Many sales people try to sell what they think the customer wants. But if you can find out what they really want,
you can sell your product or service in a way which is irresistible. This technique is called selling matching benefits

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Matching benefits: selling what your customers want

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Many sales people try to sell what they think the customer wants. But if you can find out what they really want, you can sell your product or service in a way which is irresistible. This technique is called "selling matching benefits"

When we buy anything, we don't buy it for what it is, but for what it can do for us. That is, we buy the benefits of the product or service, not the features. So we buy a 1/4-inch drill because we want to drill a 1/4-inch hole. If it's got a handle that can be switched from the left hand side of the drill to the right (a feature), this may appeal to us if we happen to be left-handed and can switch the handle over to suit our style (a benefit)

If you think about whatever you are selling, you can no doubt think of many features of your product or service (if you can't think of at least 50, you are not trying!). And you should then be able to turn them into benefits for your prospective customers (see the article on Selling the sizzle on this site for more on this subject).

OK, so you've got 50, maybe 100 different benefits that your product or service can deliver to people. What do you do - offer them all?

Not at all. This will turn people off very quickly. What you must do is to sell them matching benefits - benefits that match what the person really wants. What makes product 'A' better than product 'B' in a prospect's eyes is not that it has more features, and thus more benefits, but that it does more of what the prospect wants it to do - i.e. it has more matching benefits.

Find out what people want

So how do you find out what it is that the prospect really wants. When you are selling face-to-face, it's easy. You ask them - and you listen to what they really want. Then you sell back to them the benefits that they are looking for. If they want it in green, it's no use telling them that you also have it in red, blue and fluorescent orange. Just tell them that yes, you can supply it in green.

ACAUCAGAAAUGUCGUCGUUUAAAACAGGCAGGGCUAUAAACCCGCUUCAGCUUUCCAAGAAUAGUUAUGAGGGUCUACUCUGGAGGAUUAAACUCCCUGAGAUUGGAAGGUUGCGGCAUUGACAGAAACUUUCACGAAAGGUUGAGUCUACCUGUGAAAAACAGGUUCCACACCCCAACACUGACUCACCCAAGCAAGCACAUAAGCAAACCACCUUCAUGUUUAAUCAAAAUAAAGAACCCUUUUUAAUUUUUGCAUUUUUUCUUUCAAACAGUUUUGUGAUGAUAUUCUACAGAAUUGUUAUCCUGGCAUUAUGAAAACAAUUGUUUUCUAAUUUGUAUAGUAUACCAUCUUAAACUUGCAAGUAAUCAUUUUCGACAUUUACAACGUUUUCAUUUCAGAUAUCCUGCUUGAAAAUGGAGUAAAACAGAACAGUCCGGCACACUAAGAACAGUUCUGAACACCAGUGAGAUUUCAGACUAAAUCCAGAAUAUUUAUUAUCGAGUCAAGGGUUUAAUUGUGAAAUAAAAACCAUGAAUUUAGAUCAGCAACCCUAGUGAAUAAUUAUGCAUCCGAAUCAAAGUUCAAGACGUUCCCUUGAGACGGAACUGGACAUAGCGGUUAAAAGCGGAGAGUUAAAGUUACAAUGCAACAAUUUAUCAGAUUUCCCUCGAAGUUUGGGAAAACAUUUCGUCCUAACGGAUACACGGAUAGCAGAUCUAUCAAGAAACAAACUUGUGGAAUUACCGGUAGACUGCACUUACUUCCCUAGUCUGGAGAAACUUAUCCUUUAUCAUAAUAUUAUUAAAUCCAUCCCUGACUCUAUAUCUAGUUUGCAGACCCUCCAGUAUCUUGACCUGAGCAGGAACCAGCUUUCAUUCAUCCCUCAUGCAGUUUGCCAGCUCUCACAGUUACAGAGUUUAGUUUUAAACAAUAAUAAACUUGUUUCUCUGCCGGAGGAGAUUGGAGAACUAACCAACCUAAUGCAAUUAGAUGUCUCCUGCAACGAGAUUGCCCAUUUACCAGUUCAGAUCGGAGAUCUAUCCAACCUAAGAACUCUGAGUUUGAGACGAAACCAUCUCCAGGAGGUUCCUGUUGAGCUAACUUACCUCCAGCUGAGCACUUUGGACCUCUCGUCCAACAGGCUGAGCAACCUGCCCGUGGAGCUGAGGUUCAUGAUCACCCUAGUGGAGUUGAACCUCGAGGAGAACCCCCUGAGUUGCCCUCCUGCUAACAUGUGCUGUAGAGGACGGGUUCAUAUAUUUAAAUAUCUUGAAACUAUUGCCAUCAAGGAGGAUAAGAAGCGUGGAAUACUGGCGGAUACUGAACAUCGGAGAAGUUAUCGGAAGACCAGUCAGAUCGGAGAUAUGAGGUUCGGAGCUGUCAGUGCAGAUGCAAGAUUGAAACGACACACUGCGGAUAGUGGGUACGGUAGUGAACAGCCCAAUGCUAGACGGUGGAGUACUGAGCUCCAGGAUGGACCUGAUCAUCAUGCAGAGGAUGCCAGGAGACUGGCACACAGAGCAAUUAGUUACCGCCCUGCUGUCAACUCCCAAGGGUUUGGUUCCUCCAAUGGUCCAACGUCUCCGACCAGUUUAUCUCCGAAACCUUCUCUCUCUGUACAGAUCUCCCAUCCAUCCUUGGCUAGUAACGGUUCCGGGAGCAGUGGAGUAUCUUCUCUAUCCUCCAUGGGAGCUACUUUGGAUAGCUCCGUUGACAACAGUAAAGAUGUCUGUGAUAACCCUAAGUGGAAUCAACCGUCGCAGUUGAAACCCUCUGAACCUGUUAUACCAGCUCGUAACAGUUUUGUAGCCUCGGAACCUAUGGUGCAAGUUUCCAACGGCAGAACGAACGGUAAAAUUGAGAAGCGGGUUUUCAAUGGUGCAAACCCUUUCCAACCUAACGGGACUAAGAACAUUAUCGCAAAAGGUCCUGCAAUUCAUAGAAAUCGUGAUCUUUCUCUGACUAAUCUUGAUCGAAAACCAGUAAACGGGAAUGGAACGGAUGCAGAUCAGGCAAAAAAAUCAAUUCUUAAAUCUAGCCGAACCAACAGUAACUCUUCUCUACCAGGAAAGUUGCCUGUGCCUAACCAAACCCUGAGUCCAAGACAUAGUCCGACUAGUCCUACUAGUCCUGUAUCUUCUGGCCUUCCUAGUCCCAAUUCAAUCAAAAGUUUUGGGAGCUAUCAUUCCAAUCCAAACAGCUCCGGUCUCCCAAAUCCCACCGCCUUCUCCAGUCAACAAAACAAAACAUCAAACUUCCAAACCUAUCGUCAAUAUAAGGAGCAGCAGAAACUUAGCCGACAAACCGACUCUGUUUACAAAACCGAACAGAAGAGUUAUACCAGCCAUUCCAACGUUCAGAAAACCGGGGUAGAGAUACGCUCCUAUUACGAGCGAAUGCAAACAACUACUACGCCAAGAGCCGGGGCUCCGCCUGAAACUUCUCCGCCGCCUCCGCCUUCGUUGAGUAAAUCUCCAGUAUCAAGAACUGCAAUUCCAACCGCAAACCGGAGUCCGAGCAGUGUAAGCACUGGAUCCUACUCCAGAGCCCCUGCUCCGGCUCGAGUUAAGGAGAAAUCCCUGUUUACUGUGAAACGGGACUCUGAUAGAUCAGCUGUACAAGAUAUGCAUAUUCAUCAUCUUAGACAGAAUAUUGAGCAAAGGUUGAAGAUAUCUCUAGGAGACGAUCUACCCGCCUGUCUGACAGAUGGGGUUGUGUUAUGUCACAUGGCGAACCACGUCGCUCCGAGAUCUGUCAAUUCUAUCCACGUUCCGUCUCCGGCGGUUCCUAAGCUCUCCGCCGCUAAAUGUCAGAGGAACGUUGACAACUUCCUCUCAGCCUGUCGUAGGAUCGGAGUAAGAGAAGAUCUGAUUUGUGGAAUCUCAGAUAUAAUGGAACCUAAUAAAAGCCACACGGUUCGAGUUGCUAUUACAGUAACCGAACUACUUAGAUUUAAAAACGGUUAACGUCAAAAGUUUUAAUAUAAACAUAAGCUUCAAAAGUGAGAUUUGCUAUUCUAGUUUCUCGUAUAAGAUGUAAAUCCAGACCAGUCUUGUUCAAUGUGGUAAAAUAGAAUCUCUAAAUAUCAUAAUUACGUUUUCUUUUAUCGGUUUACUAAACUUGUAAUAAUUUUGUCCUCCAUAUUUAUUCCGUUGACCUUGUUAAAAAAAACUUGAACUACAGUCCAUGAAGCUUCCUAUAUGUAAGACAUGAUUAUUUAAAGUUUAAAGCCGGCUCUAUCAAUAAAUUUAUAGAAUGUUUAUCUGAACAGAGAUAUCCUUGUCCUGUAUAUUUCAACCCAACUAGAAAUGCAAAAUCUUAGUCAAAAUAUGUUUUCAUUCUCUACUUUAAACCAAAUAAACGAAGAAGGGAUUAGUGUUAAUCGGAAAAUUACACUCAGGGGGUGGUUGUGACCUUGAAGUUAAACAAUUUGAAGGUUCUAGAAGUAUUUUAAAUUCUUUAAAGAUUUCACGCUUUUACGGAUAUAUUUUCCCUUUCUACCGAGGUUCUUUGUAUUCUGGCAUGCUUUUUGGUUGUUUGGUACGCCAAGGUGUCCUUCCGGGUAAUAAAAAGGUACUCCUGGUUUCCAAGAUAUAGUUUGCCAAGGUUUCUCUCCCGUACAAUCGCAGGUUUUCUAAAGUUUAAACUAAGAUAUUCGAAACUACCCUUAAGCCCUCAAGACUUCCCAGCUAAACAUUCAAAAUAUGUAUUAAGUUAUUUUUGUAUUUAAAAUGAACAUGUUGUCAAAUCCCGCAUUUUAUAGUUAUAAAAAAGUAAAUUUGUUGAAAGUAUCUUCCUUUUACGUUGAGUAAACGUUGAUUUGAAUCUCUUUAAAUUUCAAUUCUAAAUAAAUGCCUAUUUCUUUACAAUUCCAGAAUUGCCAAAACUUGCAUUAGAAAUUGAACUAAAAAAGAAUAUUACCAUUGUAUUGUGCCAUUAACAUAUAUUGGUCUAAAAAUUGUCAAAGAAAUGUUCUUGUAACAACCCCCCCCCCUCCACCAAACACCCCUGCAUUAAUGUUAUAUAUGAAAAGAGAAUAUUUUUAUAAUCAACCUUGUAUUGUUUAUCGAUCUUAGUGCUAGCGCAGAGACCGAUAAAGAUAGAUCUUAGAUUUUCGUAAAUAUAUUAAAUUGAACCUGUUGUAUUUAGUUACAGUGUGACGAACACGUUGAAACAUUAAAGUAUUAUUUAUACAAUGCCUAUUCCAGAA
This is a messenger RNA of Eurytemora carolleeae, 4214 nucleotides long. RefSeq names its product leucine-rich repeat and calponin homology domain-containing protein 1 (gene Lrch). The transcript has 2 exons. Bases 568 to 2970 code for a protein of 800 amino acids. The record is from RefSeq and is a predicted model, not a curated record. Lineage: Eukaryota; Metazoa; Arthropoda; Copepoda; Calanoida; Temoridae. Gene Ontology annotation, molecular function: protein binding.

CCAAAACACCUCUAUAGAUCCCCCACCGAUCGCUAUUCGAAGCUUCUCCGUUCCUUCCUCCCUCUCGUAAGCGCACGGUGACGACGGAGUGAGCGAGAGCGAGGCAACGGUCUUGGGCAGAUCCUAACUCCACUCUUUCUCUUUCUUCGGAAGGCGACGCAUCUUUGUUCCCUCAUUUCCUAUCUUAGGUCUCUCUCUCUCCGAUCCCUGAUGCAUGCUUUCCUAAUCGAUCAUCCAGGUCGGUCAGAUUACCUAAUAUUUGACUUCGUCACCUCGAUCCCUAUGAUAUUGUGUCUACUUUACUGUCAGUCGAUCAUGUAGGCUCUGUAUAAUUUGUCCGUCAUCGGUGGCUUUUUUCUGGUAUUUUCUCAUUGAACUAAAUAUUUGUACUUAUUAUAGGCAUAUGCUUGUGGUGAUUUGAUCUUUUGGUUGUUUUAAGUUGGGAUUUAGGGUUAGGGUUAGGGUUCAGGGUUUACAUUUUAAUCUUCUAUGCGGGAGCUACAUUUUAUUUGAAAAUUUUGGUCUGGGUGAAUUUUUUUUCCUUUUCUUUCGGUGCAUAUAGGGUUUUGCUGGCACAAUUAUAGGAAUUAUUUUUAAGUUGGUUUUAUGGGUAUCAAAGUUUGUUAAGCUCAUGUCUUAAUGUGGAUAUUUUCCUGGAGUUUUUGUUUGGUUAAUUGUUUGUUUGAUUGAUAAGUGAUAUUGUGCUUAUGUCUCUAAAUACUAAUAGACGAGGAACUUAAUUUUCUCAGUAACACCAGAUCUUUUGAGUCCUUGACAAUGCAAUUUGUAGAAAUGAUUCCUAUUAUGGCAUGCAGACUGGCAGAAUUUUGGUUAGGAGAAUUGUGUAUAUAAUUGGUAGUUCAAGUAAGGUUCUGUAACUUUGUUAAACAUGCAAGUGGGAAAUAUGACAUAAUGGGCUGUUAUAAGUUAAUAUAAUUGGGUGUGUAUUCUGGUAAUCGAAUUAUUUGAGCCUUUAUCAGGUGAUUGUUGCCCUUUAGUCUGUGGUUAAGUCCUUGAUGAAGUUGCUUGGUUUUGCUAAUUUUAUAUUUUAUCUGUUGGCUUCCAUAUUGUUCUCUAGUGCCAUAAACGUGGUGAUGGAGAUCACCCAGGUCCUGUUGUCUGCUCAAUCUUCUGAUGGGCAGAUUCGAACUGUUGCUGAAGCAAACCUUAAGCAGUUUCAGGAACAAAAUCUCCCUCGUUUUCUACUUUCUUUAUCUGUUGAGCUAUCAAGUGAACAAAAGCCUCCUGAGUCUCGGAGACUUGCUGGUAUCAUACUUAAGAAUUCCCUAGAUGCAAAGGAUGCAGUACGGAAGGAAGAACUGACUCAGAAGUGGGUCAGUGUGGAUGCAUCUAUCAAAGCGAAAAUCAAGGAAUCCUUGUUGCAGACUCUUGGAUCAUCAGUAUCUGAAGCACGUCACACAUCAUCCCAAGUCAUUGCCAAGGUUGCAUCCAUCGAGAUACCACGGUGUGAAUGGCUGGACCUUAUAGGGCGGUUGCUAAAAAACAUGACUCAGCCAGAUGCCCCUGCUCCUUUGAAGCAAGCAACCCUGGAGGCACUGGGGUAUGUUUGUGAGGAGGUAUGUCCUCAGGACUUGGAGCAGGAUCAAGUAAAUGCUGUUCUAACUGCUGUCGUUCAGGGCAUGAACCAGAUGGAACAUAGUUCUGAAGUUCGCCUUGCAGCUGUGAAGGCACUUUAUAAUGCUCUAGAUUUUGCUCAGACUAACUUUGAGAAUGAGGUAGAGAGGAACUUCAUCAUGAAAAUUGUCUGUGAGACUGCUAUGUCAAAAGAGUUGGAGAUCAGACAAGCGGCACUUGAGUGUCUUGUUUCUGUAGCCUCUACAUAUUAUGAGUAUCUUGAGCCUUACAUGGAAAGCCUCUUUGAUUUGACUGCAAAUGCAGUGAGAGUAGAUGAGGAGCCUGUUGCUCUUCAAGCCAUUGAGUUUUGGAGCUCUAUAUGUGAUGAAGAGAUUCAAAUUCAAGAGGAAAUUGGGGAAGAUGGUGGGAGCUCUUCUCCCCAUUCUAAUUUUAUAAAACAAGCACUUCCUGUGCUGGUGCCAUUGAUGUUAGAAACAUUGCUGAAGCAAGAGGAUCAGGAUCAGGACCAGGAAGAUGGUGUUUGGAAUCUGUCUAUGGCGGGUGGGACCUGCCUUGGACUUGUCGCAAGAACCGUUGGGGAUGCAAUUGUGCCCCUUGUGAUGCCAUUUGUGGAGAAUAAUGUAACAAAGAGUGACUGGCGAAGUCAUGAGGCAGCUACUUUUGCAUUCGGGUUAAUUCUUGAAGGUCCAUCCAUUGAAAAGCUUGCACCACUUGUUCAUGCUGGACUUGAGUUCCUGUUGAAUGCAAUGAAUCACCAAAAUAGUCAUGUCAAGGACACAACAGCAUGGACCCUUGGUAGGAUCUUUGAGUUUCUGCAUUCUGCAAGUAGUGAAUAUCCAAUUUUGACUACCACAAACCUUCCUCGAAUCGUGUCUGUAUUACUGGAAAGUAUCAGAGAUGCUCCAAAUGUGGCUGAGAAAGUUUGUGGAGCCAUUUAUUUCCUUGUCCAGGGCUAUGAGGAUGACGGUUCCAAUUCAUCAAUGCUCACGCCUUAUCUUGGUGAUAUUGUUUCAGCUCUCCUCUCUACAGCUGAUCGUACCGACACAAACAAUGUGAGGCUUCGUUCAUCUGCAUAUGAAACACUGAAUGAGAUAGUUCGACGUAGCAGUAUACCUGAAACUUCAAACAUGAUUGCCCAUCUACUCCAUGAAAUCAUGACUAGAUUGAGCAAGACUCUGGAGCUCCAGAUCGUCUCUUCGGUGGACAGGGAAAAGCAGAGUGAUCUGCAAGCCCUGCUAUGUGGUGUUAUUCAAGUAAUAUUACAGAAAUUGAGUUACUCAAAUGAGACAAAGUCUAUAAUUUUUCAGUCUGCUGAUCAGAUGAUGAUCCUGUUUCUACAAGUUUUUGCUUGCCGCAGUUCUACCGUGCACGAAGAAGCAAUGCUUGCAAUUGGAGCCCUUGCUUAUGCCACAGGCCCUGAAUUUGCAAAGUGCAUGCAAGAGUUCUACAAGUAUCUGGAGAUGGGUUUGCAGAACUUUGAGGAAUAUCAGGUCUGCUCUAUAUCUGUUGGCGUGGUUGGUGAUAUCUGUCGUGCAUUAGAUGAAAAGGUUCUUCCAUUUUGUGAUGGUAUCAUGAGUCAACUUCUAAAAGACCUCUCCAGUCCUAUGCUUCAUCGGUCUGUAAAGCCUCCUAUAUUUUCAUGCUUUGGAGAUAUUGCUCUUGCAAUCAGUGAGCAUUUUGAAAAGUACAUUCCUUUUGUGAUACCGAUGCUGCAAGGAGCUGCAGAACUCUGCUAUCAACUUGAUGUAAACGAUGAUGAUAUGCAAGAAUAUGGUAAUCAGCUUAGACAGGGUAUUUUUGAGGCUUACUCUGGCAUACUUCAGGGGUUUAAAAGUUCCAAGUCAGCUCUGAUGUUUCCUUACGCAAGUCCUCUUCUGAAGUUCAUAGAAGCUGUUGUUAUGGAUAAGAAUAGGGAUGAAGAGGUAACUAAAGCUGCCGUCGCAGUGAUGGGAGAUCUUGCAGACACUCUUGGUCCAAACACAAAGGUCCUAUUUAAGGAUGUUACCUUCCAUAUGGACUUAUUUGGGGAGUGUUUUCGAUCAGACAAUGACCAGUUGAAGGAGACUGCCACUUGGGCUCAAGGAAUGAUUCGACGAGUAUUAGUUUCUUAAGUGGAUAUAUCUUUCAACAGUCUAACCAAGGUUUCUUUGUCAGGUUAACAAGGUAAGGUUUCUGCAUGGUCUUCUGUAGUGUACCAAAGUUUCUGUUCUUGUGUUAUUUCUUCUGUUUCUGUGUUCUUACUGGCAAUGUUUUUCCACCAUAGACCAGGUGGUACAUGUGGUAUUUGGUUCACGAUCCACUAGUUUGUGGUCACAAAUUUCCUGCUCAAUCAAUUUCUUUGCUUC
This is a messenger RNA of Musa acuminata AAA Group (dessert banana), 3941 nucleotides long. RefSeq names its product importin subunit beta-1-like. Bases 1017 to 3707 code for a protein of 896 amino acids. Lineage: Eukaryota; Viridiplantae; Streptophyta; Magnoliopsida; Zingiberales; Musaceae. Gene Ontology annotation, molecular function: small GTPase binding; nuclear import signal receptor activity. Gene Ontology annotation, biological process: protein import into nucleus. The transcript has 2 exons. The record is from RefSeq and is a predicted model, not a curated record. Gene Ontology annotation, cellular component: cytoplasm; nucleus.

But what if you are not sitting opposite them (or talking on the phone), but are sending out a mailshot - or putting details up on your Web site? How can you sell the prospects matching benefits when everyone may have different priorities?

In general terms, try to promote those benefits which are important to the majority of people. And you find this out through researching your markets - continually. Always give people the opportunity to feed back to you what is important to them. Use questionnaires, carry out telephone interviews, use every opportunity for one-to-one feedback to listen to what people out there really want.

Gradually, you will build up a picture of what the majority of people consider to be important about the type of product or service you are selling. You can then change the emphasis of your selling messages to stress these benefits.

Direct mail - how to match benefits

You can also sell, at a distance, matching benefits to an individual. For example, before sending out your product literature, send the enquirer a pre-paid card with tick-boxes for them to indicate what are the most important benefits to them. Explain that this will help them to receive the most appropriate information for their needs. Of course, you won't be able to change your printed literature to meet individual's needs (although this is now becoming increasingly possible), but you can change the sales letter which accompanies the literature.

So, in every sales situation, you must always sell the benefits, rather than the feature. And you should always try to sell only those benefits which match the prospect's needs.

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